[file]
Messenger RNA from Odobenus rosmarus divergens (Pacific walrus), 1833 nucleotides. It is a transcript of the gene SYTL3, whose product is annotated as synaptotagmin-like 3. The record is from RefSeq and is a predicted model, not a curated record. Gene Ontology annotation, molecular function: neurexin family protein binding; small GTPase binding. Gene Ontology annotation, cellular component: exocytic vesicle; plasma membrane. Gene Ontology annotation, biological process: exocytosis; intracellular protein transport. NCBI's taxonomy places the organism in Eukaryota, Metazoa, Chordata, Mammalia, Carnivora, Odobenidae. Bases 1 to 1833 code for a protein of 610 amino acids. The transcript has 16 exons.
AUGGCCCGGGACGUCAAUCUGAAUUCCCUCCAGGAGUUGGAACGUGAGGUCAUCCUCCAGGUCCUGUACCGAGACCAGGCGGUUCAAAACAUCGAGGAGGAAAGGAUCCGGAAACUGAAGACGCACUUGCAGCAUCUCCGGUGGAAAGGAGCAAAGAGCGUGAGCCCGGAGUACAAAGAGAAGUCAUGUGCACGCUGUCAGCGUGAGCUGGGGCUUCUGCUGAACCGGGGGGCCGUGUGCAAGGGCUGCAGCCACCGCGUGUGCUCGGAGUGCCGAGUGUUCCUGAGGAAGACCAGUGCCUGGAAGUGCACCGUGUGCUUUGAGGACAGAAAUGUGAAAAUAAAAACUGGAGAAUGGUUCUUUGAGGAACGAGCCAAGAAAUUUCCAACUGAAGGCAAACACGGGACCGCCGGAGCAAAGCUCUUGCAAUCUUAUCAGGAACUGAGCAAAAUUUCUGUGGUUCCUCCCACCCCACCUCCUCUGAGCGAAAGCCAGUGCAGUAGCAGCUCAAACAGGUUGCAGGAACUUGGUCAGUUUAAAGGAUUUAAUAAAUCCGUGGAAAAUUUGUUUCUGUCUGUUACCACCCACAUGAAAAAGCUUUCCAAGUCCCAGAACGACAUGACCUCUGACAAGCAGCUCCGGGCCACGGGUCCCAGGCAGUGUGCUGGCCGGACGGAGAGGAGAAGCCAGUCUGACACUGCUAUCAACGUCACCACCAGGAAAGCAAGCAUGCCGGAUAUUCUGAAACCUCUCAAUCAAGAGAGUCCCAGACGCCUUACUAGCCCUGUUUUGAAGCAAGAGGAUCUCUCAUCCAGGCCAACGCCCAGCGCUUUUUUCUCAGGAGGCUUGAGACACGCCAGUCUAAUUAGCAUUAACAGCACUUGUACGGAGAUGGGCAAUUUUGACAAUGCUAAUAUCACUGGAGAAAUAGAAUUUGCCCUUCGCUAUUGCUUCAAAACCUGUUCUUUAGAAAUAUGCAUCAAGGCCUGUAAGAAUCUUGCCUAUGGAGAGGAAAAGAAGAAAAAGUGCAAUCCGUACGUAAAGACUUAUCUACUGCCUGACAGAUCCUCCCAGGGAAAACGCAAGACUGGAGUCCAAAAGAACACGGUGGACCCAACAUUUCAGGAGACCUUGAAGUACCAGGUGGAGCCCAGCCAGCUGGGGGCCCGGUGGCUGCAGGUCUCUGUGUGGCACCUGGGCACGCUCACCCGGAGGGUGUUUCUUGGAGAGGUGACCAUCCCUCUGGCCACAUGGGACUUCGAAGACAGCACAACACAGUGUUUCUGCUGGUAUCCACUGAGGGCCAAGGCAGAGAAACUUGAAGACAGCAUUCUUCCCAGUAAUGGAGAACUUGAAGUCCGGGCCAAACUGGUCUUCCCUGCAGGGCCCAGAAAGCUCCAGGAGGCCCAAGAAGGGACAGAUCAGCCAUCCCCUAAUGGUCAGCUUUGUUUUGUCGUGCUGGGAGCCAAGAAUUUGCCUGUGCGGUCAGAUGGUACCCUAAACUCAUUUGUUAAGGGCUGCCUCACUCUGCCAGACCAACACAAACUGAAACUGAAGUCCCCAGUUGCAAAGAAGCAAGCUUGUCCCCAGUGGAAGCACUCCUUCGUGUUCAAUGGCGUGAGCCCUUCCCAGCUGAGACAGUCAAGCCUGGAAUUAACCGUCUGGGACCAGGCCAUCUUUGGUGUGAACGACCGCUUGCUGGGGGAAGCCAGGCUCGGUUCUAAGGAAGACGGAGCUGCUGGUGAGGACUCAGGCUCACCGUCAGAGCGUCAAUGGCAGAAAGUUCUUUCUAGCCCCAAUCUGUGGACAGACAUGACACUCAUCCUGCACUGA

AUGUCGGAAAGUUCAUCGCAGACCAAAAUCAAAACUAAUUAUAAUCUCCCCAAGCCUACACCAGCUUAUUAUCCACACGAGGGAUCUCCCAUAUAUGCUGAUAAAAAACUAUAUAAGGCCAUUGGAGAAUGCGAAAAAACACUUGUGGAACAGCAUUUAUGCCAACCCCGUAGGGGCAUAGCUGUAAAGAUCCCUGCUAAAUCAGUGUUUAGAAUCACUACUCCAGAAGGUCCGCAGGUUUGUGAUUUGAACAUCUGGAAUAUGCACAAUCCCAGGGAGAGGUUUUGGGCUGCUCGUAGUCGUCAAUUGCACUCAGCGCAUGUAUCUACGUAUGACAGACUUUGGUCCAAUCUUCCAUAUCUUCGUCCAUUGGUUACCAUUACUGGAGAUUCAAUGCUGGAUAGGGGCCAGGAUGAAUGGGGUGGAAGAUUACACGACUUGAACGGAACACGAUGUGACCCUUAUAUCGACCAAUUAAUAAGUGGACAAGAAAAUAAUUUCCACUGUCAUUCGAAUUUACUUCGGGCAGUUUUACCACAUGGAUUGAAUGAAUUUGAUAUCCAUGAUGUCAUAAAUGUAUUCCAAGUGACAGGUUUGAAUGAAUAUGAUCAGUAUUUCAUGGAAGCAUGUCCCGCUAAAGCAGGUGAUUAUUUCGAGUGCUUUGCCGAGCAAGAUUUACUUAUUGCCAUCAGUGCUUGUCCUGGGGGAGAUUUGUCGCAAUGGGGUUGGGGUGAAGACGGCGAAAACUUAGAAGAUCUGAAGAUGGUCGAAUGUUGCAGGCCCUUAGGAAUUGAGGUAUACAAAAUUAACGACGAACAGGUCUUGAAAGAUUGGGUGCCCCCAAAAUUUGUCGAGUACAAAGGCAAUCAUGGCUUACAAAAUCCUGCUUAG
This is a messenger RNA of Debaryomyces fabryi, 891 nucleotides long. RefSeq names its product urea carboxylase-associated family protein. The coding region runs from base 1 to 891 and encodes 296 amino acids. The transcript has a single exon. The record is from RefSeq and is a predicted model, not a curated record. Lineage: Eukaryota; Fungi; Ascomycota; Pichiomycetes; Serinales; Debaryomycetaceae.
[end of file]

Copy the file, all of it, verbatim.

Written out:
Messenger RNA from Odobenus rosmarus divergens (Pacific walrus), 1833 nucleotides. It is a transcript of the gene SYTL3, whose product is annotated as synaptotagmin-like 3. The record is from RefSeq and is a predicted model, not a curated record. Gene Ontology annotation, molecular function: neurexin family protein binding; small GTPase binding. Gene Ontology annotation, cellular component: exocytic vesicle; plasma membrane. Gene Ontology annotation, biological process: exocytosis; intracellular protein transport. NCBI's taxonomy places the organism in Eukaryota, Metazoa, Chordata, Mammalia, Carnivora, Odobenidae. Bases 1 to 1833 code for a protein of 610 amino acids. The transcript has 16 exons.
AUGGCCCGGGACGUCAAUCUGAAUUCCCUCCAGGAGUUGGAACGUGAGGUCAUCCUCCAGGUCCUGUACCGAGACCAGGCGGUUCAAAACAUCGAGGAGGAAAGGAUCCGGAAACUGAAGACGCACUUGCAGCAUCUCCGGUGGAAAGGAGCAAAGAGCGUGAGCCCGGAGUACAAAGAGAAGUCAUGUGCACGCUGUCAGCGUGAGCUGGGGCUUCUGCUGAACCGGGGGGCCGUGUGCAAGGGCUGCAGCCACCGCGUGUGCUCGGAGUGCCGAGUGUUCCUGAGGAAGACCAGUGCCUGGAAGUGCACCGUGUGCUUUGAGGACAGAAAUGUGAAAAUAAAAACUGGAGAAUGGUUCUUUGAGGAACGAGCCAAGAAAUUUCCAACUGAAGGCAAACACGGGACCGCCGGAGCAAAGCUCUUGCAAUCUUAUCAGGAACUGAGCAAAAUUUCUGUGGUUCCUCCCACCCCACCUCCUCUGAGCGAAAGCCAGUGCAGUAGCAGCUCAAACAGGUUGCAGGAACUUGGUCAGUUUAAAGGAUUUAAUAAAUCCGUGGAAAAUUUGUUUCUGUCUGUUACCACCCACAUGAAAAAGCUUUCCAAGUCCCAGAACGACAUGACCUCUGACAAGCAGCUCCGGGCCACGGGUCCCAGGCAGUGUGCUGGCCGGACGGAGAGGAGAAGCCAGUCUGACACUGCUAUCAACGUCACCACCAGGAAAGCAAGCAUGCCGGAUAUUCUGAAACCUCUCAAUCAAGAGAGUCCCAGACGCCUUACUAGCCCUGUUUUGAAGCAAGAGGAUCUCUCAUCCAGGCCAACGCCCAGCGCUUUUUUCUCAGGAGGCUUGAGACACGCCAGUCUAAUUAGCAUUAACAGCACUUGUACGGAGAUGGGCAAUUUUGACAAUGCUAAUAUCACUGGAGAAAUAGAAUUUGCCCUUCGCUAUUGCUUCAAAACCUGUUCUUUAGAAAUAUGCAUCAAGGCCUGUAAGAAUCUUGCCUAUGGAGAGGAAAAGAAGAAAAAGUGCAAUCCGUACGUAAAGACUUAUCUACUGCCUGACAGAUCCUCCCAGGGAAAACGCAAGACUGGAGUCCAAAAGAACACGGUGGACCCAACAUUUCAGGAGACCUUGAAGUACCAGGUGGAGCCCAGCCAGCUGGGGGCCCGGUGGCUGCAGGUCUCUGUGUGGCACCUGGGCACGCUCACCCGGAGGGUGUUUCUUGGAGAGGUGACCAUCCCUCUGGCCACAUGGGACUUCGAAGACAGCACAACACAGUGUUUCUGCUGGUAUCCACUGAGGGCCAAGGCAGAGAAACUUGAAGACAGCAUUCUUCCCAGUAAUGGAGAACUUGAAGUCCGGGCCAAACUGGUCUUCCCUGCAGGGCCCAGAAAGCUCCAGGAGGCCCAAGAAGGGACAGAUCAGCCAUCCCCUAAUGGUCAGCUUUGUUUUGUCGUGCUGGGAGCCAAGAAUUUGCCUGUGCGGUCAGAUGGUACCCUAAACUCAUUUGUUAAGGGCUGCCUCACUCUGCCAGACCAACACAAACUGAAACUGAAGUCCCCAGUUGCAAAGAAGCAAGCUUGUCCCCAGUGGAAGCACUCCUUCGUGUUCAAUGGCGUGAGCCCUUCCCAGCUGAGACAGUCAAGCCUGGAAUUAACCGUCUGGGACCAGGCCAUCUUUGGUGUGAACGACCGCUUGCUGGGGGAAGCCAGGCUCGGUUCUAAGGAAGACGGAGCUGCUGGUGAGGACUCAGGCUCACCGUCAGAGCGUCAAUGGCAGAAAGUUCUUUCUAGCCCCAAUCUGUGGACAGACAUGACACUCAUCCUGCACUGA

AUGUCGGAAAGUUCAUCGCAGACCAAAAUCAAAACUAAUUAUAAUCUCCCCAAGCCUACACCAGCUUAUUAUCCACACGAGGGAUCUCCCAUAUAUGCUGAUAAAAAACUAUAUAAGGCCAUUGGAGAAUGCGAAAAAACACUUGUGGAACAGCAUUUAUGCCAACCCCGUAGGGGCAUAGCUGUAAAGAUCCCUGCUAAAUCAGUGUUUAGAAUCACUACUCCAGAAGGUCCGCAGGUUUGUGAUUUGAACAUCUGGAAUAUGCACAAUCCCAGGGAGAGGUUUUGGGCUGCUCGUAGUCGUCAAUUGCACUCAGCGCAUGUAUCUACGUAUGACAGACUUUGGUCCAAUCUUCCAUAUCUUCGUCCAUUGGUUACCAUUACUGGAGAUUCAAUGCUGGAUAGGGGCCAGGAUGAAUGGGGUGGAAGAUUACACGACUUGAACGGAACACGAUGUGACCCUUAUAUCGACCAAUUAAUAAGUGGACAAGAAAAUAAUUUCCACUGUCAUUCGAAUUUACUUCGGGCAGUUUUACCACAUGGAUUGAAUGAAUUUGAUAUCCAUGAUGUCAUAAAUGUAUUCCAAGUGACAGGUUUGAAUGAAUAUGAUCAGUAUUUCAUGGAAGCAUGUCCCGCUAAAGCAGGUGAUUAUUUCGAGUGCUUUGCCGAGCAAGAUUUACUUAUUGCCAUCAGUGCUUGUCCUGGGGGAGAUUUGUCGCAAUGGGGUUGGGGUGAAGACGGCGAAAACUUAGAAGAUCUGAAGAUGGUCGAAUGUUGCAGGCCCUUAGGAAUUGAGGUAUACAAAAUUAACGACGAACAGGUCUUGAAAGAUUGGGUGCCCCCAAAAUUUGUCGAGUACAAAGGCAAUCAUGGCUUACAAAAUCCUGCUUAG
This is a messenger RNA of Debaryomyces fabryi, 891 nucleotides long. RefSeq names its product urea carboxylase-associated family protein. The coding region runs from base 1 to 891 and encodes 296 amino acids. The transcript has a single exon. The record is from RefSeq and is a predicted model, not a curated record. Lineage: Eukaryota; Fungi; Ascomycota; Pichiomycetes; Serinales; Debaryomycetaceae.